Posted: 2 years ago
At 6/28/2014 11:57:55 AM, Ore_Ele wrote:
At 6/28/2014 9:37:12 AM, Raisor wrote:
At 6/28/2014 6:45:08 AM, Mikal wrote:
rules

(a) For this debate we will assume God exists


Resolution - The resurrection has historical validity

I think these rules are generally dumb and unfair.

Con should be free to attack the resolution however they want. You don't get To choose what arguments your opponent can use. A well defined resolution should Sufficiently limit the scope of the debate.

I can see some case for bracketing debate assumptions, but it needs to be done very carefully to construct a reasonable debate. I rarely see such careful consideration when such rules are imposed.

He should be able to define the resolution so that it makes the debate about the topic he wants to debate. While I agree that you shouldn't control your opponent's arguments, but you should be able to at least control it to the degree that it is about what you want to debate.

If he wants to debate Jesus being resurrected or not, he should be able to. Anyone that is trying to twist that to about God and not Jesus is trying to essentially change the debate.

It is no different from defining words to make sure people don't expose semantic loop holes.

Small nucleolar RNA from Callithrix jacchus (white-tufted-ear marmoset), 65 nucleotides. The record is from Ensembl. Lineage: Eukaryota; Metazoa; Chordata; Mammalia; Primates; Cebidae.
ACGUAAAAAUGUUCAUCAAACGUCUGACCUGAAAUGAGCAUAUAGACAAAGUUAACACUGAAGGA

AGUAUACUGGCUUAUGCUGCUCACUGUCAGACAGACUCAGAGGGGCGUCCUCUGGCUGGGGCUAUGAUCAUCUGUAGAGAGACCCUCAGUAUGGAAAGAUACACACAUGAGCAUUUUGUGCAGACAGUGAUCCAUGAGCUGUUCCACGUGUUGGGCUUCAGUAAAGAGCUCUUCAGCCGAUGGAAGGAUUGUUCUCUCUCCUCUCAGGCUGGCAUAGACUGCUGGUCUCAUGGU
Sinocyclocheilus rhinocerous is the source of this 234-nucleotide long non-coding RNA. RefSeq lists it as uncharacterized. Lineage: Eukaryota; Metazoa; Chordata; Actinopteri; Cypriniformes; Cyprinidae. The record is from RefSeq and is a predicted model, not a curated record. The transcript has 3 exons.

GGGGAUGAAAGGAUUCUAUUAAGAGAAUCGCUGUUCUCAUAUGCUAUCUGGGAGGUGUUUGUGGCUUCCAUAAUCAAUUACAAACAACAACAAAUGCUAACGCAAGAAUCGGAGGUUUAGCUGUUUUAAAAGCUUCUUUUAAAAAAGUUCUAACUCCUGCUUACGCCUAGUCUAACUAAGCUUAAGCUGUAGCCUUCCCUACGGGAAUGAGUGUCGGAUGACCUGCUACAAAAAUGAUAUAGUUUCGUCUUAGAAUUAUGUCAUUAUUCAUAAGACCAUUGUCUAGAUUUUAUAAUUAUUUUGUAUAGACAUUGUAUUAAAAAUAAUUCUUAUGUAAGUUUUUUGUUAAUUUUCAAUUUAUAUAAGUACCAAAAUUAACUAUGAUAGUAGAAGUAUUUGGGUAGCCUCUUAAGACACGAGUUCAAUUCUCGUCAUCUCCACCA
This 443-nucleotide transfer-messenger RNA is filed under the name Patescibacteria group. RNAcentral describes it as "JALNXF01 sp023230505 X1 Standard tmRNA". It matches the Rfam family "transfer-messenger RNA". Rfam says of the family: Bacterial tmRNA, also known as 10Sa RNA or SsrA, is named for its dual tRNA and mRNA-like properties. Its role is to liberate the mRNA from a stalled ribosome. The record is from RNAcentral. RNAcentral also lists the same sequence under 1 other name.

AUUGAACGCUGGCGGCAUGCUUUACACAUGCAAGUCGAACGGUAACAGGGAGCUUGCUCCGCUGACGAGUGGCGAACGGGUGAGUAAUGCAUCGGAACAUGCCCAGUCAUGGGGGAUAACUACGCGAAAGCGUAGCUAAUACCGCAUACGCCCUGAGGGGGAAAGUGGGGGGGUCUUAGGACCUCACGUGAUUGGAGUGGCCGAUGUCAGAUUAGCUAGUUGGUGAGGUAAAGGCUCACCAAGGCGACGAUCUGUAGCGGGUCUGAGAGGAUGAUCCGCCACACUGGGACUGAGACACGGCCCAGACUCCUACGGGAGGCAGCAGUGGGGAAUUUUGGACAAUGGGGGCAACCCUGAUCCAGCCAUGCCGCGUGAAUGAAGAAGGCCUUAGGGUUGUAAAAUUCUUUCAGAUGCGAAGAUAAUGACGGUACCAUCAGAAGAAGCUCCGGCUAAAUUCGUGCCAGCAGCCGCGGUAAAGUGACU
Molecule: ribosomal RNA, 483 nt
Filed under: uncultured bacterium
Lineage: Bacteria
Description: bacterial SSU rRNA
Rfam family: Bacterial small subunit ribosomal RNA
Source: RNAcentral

No amount of definitions will control how your opponent argues the case. Definitions only attempt to create a paradigm by which judges can decide a winner or loser. When it comes to things that actually restrict argument choice, I think it is more appropriate to do this in round where the appropriateness of an argument can actually be evaluated. Definitions do not place limits on what tactics can be used to disprove the Resolution, they clarify the meaning of the Resolution.

I suppose I am not totally opposed to laying out assumptions through which to limit the Resolution. For example, "assuming the new and old testament as theological canon, Resolution X" is a reasonable way to focus a debate on Christian theology. In practice I think it generally encourages bad Resolutions and lazy consideration of the proposition; I think in most cases it is unnecessary. Come to think of it, even the case I cite could probably worded as "X is the correct interpretation of Christian theology" or something.

For example, I am in a debate about whether morality is a physical force but stated in his opening round that he wants to avoid metaphysical speculation. Pro created a Resolution about the nature of morality and then purports to ban "metaphysical" arguments. This type of argument restriction is counterproductive to actually engaging the topic of debate.